The Board will have both a 2:oopm session today; and comments concerning the funding of the ‘Immigration Resolution’ should be addressed then as there is no evening session. Everyone should be prepared for the ‘foot soldiers’ to once again descend on the McCoart building. Hopefully, the Supervisors won’t retreat and will have the courage to face this head-on. It’s gone on long enough and there’s simply no money to fund this whole thing.
Here’s the agenda for the meeting.
See you there.
According to the DC Examiner, Supervisors are reconsidering funding the part of the resolution due to its ever increasing costs. In the article, Principi states -
The illegal-immigration policy is an 800-pound gorilla that is following us around in everything we do. It’s time to put the gorilla back in the cage.
Meanwhile Corey believes its a ‘good gorilla’. Unbelievable. Since the Tuesday evening vote on Silver Lake, it’s becoming apparent the only true conservatives on the board are Nohe & May. Simply, there’s no money for this and the money that is being spent is a waste. We have heard Chief Deane say the majority of those arrested would have been arrested anyways. The costs are growing at every turn. We are now incurring an extra cost of $220,000 per month, per month (I reapeated that puposely for emphasis) on top of the ever skyrocketing costs. We simply can’t afford it. It is time – Put the gorilla back in the cage.
Please plan on attending this Public Hearing for the proposed FY09 Budget, Monday, April 7 at 7:30 p.m.
The following dates represent the remainder of the County’s FY09 Fiscal Plan meeting/work session calendar. All meetings and hearings will take place in the Board Chambers of the James J. McCoart Administration Building, 1 County Complex Court.
- County Executive’s Budget Recap, Tuesday, April 15 at 2 p.m.
- Board of County Supervisors Budget Markup, Tuesday, April 22 at 2 p.m.
- Board of County Supervisors adopts FY09 Fiscal Plan, Tuesday, April 29 at 2 p.m.
For more information about these meetings, contact the Budget Office at 703-792-6720.
From today’s Opinion Section of the Washington Post, – ‘Twisted Priorities‘
That means the owner of a $340,000 house (the county’s average assessment) will be ponying up $103 more next year so that illegal immigrants — many of them employed, paying taxes and supporting families — can be targeted. Budgets are a reflection of priorities, and Prince William’s are badly out of whack, particularly as the county struggles with plunging revenue and an anemic housing market. The crackdown’s $6.4 million price in the next fiscal year is more than the county has budgeted from its general fund for transportation improvements ($4.2 million), public health ($5.2 million) or its office on aging ($3.7 million).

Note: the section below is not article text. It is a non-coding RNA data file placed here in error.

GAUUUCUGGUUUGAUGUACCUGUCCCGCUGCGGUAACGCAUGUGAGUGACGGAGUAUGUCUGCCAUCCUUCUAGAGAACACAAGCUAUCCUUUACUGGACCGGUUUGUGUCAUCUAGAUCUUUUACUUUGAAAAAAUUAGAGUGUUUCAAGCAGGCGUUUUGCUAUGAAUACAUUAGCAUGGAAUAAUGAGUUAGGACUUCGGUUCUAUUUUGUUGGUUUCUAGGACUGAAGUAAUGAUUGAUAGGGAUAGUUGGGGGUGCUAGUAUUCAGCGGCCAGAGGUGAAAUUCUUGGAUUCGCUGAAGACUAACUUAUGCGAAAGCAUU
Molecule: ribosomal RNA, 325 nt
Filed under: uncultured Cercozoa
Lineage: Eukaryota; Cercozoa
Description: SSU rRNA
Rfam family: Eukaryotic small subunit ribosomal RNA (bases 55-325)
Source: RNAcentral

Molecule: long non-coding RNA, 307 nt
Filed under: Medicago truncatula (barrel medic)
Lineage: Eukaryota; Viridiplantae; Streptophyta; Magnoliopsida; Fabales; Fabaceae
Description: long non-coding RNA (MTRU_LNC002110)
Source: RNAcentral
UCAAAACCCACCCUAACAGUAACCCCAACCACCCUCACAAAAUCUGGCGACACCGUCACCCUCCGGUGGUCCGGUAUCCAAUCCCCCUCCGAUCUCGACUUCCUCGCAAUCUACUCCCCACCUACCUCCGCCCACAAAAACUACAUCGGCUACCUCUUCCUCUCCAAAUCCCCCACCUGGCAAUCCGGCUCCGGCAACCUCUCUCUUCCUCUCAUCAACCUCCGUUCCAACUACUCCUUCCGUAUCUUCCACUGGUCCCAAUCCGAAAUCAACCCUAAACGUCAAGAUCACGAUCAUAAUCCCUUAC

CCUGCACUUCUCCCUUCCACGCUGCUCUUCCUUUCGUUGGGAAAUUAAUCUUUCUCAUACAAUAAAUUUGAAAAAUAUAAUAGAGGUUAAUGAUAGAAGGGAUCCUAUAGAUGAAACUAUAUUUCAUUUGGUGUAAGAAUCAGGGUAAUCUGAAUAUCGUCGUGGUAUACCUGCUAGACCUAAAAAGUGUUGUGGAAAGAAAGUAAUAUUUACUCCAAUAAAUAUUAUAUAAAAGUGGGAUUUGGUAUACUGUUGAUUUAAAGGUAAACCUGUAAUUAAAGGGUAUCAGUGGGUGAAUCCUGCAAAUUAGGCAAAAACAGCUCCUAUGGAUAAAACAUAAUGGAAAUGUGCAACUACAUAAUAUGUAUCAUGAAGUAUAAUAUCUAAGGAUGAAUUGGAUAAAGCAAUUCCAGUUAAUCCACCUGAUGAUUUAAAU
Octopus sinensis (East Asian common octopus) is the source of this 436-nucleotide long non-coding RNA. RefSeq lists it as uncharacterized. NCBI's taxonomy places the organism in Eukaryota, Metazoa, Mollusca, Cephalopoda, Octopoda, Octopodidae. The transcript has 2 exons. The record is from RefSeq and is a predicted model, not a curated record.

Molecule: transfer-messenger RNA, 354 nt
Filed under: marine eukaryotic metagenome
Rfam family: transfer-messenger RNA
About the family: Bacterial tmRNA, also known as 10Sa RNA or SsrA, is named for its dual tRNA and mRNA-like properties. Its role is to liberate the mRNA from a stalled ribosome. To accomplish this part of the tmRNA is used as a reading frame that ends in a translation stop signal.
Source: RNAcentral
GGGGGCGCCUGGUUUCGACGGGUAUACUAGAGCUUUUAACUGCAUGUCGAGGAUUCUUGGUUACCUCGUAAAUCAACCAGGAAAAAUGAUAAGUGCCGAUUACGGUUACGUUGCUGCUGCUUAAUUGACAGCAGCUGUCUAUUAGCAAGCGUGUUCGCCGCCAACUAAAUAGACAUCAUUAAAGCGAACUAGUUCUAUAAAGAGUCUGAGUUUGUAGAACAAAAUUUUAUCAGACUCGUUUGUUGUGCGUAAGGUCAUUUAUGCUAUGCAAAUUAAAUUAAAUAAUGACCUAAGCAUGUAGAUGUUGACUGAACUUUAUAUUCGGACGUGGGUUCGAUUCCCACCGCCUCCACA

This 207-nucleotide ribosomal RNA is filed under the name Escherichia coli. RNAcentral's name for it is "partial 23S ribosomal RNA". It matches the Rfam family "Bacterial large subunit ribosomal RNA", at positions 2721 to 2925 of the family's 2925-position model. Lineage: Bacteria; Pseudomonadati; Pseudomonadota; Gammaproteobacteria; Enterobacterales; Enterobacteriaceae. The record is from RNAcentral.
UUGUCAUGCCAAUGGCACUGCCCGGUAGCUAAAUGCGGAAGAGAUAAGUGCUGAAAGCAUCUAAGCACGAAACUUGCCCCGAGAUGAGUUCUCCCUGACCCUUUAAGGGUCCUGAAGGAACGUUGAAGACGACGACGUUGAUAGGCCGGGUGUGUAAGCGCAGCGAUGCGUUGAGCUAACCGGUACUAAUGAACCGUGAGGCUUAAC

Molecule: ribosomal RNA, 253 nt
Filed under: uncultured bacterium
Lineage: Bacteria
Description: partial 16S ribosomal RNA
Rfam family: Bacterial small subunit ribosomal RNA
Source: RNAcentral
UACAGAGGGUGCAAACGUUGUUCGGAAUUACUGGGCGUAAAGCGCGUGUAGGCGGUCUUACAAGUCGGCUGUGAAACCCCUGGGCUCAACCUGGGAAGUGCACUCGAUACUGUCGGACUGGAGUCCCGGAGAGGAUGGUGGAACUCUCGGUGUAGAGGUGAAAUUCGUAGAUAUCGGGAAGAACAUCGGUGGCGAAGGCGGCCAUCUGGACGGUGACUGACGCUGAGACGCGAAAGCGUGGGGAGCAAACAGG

That they are going to spend more on the ‘Immigration Resolution’ than transportation improvements is absurd. People sit in traffic for hours on 66, that in my opinion has more of an impact than ‘illegal immigration.’ Also, not mentioned specifically in the article but one of the major areas where residents had complaints was in residential complaints which has no additional monies set aside to address those concerns. It’s almost as if they believe all other problems would simply go away if they handle this one area. People are going to be disappointed when that doesn’t happen. Hopefully, the County has set aside some cash for the multi-million dollar lawsuit that most likely will end up on their doorstep.
‘Help Save Manassas’ has destroyed the real estate market causing many homes to go into foreclosure. This has caused the whole market to go into a ‘free fall’. According to the County’s budget report homes have lost on average 16% of their market value. Unfortunately, this trend doesn’t appear to be rectifying itself anytime soon. And if that wasn’t enough to cause a budget crunch the County now wants to spend double what they anticipated the cost to be. All of this when they have only identified an ‘insignificant’ cost attributable to the undocumented population. They identified approximately 3 million per year but to ‘fix’ the problem will end up costing more than 5 million a year. And even at that price they haven’t allotted any funds for defending against lawsuits that are sure to arise from the Immigration Resolution. Ironically it took the board years to research and investigate Parks and Open Spaces but yet only 3 months to enact legislation that appears to be very costly. More information on the County’s 2009 Budget Proposal can be viewed at http://www.pwcgov.org/docLibrary/PDF/007738.pdf